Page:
Because of the building boom, the supply chain for this sector has been disrupted, too, says John Colucci of Westchester Modular Homes in Wingdale, N.Y. “We are not only paying top dollar for materials, but the lead times have created a slowdown. That being said, modular is still faster than stick building since we managed to keep our labor. We are all so busy, but some would-be customers are sitting on the sidelines,” he says.

©Westchester Modular Homes

Factors Home Buyers Should Weigh Before Proceeding

How much will a house cost? Buyers must be realistic—they should budget 15% to 20% more than they expect the house to cost, especially as COVID-19 has increased costs of materials, appliances, and labor, Bakke says. When a mortgage is needed, Bakke says, it’s wise to remind buyers to consider the rule of not spending more than 28% of their monthly gross income. Others think the percentage should be based on overall life goals, which is why consulting a financial planner is wise. New construction requires a construction or bridge loan that converts to a traditional mortgage when the house is completed.

©Duo Dickinson Architects

How much square footage is needed? Figuring out size can be tough in the abstract. Some 2,500-square-foot homes, for example, seem larger than others, which often depends on the amount of hallway space, height of ceilings, windows, and light. It’s best for buyers to walk through existing homes to get an idea and list which rooms they want and dimensions. Architect and author Sarah Susanka started her “not-so-big house” movement decades ago to emphasize the importance of having every inch count and spaces do double duty, which may help cut costs.

Homeowners should also bear in mind that square footage is the single biggest driver in determining building costs, says Bakke. The cost varies widely in different arts of the country. According to 2019 U.S. Census Bureau data, the median price per square foot for a contractor-built single-family home was $114, but these days many cite higher prices of $300 to $400, and in certain cities like San Francisco and Boston they may rise to $600, says Madison, Conn.–based architect Duo Dickinson. Finishes also affect pricing.

How much detailing is included in a plan? After interviewing two or three architects or builders to design the house, home buyers should check references (like from a local American Institute of Architects list), licenses, insurance, and referrals and decide—or go with a design from a plan company. It’s critical to read the plan to be sure everything is included and in the right place, including windows, electrical outlets, roofing trusses, stairs, doors, and plumbing. A bank may need detailed construction drawings and a site plan, according to Bakke. If a buyer doesn’t understand how to read a plan, suggest they learn from sites such as The Basics: How to Read Architectural Plans.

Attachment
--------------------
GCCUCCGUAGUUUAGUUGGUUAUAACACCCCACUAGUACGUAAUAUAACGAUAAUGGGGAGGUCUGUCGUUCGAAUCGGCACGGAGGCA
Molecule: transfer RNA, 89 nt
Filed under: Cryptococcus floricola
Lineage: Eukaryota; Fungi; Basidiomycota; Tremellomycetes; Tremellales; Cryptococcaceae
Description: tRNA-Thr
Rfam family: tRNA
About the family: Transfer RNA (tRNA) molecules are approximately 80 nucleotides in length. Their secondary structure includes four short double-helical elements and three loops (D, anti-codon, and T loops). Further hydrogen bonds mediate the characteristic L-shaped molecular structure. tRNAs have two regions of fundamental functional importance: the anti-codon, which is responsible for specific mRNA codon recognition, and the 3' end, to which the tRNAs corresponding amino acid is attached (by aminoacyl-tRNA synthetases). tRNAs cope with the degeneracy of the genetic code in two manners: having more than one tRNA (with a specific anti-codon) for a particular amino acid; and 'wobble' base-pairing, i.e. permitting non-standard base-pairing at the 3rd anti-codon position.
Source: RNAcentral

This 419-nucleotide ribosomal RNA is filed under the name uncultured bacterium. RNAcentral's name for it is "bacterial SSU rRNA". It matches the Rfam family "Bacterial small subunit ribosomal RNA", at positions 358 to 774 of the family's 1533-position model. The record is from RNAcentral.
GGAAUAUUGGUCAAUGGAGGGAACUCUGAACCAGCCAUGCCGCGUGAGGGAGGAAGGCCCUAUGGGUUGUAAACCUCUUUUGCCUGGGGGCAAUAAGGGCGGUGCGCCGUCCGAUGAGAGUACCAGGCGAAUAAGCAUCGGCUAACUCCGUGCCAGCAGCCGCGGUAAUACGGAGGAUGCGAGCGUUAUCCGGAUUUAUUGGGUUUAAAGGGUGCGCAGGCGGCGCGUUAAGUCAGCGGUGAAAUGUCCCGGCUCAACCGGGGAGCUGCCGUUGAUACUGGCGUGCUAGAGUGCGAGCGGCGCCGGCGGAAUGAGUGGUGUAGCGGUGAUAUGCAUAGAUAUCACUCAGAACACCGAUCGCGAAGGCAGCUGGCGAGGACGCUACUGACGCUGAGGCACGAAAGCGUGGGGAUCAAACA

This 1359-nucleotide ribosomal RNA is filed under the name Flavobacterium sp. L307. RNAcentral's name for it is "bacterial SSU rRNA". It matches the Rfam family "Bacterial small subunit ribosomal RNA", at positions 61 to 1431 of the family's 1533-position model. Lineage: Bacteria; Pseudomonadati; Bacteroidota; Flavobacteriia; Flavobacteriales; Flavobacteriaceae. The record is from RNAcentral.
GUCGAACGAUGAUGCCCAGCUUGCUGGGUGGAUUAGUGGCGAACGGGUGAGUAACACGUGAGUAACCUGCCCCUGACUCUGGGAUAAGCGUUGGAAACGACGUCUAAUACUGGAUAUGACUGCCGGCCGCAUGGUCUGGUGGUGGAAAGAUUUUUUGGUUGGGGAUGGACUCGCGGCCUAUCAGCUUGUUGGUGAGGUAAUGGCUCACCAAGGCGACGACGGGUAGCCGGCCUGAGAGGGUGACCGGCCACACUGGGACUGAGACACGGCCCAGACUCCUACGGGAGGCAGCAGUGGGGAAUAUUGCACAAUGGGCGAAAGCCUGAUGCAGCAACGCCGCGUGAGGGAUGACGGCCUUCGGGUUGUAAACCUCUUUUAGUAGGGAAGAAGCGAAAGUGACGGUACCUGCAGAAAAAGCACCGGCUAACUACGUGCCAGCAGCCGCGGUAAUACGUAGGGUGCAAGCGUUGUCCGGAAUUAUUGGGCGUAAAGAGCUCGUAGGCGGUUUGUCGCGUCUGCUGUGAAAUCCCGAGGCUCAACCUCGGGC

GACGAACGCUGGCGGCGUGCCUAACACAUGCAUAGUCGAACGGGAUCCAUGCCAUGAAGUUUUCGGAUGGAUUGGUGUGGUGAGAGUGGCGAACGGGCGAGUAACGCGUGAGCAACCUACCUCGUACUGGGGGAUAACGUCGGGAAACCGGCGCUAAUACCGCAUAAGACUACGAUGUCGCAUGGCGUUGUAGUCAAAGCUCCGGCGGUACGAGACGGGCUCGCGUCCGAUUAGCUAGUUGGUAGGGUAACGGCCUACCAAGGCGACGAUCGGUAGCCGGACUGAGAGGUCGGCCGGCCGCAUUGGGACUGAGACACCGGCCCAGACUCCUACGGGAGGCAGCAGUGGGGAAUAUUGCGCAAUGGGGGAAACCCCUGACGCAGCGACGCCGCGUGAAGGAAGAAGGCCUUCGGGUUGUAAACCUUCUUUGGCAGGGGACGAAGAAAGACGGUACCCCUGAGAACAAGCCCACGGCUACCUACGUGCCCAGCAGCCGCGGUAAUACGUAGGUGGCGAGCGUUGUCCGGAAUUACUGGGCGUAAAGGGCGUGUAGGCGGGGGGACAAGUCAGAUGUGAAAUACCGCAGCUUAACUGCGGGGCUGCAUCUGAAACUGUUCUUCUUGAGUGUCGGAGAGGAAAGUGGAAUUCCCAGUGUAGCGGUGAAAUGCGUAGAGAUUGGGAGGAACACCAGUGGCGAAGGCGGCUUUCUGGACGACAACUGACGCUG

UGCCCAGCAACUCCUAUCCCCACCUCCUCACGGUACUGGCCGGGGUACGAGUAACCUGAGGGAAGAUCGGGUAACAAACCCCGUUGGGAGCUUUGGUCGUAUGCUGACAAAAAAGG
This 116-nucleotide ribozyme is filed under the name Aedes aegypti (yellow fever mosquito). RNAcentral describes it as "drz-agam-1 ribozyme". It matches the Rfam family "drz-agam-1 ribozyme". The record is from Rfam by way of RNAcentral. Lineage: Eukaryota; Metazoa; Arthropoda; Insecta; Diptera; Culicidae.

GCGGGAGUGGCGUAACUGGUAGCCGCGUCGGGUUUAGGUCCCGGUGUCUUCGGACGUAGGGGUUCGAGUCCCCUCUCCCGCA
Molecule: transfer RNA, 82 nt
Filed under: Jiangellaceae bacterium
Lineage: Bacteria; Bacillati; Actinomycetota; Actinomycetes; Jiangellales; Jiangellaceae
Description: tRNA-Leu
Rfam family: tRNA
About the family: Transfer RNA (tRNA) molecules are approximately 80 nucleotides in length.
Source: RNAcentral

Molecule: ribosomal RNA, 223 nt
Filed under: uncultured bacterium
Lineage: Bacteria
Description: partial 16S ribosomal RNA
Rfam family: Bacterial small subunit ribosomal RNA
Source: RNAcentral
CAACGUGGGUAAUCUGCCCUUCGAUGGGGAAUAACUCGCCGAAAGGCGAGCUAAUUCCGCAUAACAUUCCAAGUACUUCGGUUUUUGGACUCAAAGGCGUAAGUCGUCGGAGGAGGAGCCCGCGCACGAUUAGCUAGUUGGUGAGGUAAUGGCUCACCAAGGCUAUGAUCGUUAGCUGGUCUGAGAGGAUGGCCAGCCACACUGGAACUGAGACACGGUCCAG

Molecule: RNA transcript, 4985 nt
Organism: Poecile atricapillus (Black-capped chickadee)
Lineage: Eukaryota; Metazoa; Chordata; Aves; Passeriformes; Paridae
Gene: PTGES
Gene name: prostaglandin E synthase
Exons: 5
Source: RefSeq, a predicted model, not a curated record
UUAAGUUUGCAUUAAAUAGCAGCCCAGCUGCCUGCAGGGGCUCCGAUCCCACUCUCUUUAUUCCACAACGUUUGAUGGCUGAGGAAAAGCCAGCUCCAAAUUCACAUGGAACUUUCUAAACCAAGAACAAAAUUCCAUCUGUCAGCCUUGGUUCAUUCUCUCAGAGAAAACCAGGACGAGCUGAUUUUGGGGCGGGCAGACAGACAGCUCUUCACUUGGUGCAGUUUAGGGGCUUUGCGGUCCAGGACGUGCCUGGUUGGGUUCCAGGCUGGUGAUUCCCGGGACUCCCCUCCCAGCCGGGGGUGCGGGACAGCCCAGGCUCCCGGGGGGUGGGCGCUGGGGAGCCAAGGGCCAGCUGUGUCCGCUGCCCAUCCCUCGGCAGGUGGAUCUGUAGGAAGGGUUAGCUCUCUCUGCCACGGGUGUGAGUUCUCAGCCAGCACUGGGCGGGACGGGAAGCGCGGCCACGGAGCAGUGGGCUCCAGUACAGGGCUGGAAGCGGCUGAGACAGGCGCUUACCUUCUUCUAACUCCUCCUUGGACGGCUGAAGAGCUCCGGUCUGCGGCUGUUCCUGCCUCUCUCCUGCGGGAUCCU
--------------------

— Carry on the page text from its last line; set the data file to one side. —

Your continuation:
Why is the site key? The spec house builder will have vetted the land choice, but a custom house requires a buyer find a suitable lot. Not all lots—even those that are the same size—meet that criterion. Some require trees to be removed, septic systems and power lines to be added, and soil to be tested, says Dickinson. Body-Lawson says the geological makeup should be studied because it may cost more to excavate a rocky or wetlands site, if allowed. Information about the area’s broadband capability is important, particularly as many people work from home.

A professional on the team also needs to check town rules about land records to be certain there are no outstanding liens and to know the setback limits. These days, some information can be gleaned from aerial photographs and mapping systems that a building department usually has, says Dickinson.

To curtail costs, Body-Lawson recommends that homeowners try to buy undervalued land, which may mean a site farther from town or with fewer features on buyers’ wish lists—such as a chance of forgoing mountain views. They should also avoid overbuilding for their area, since prices may not continue to rise.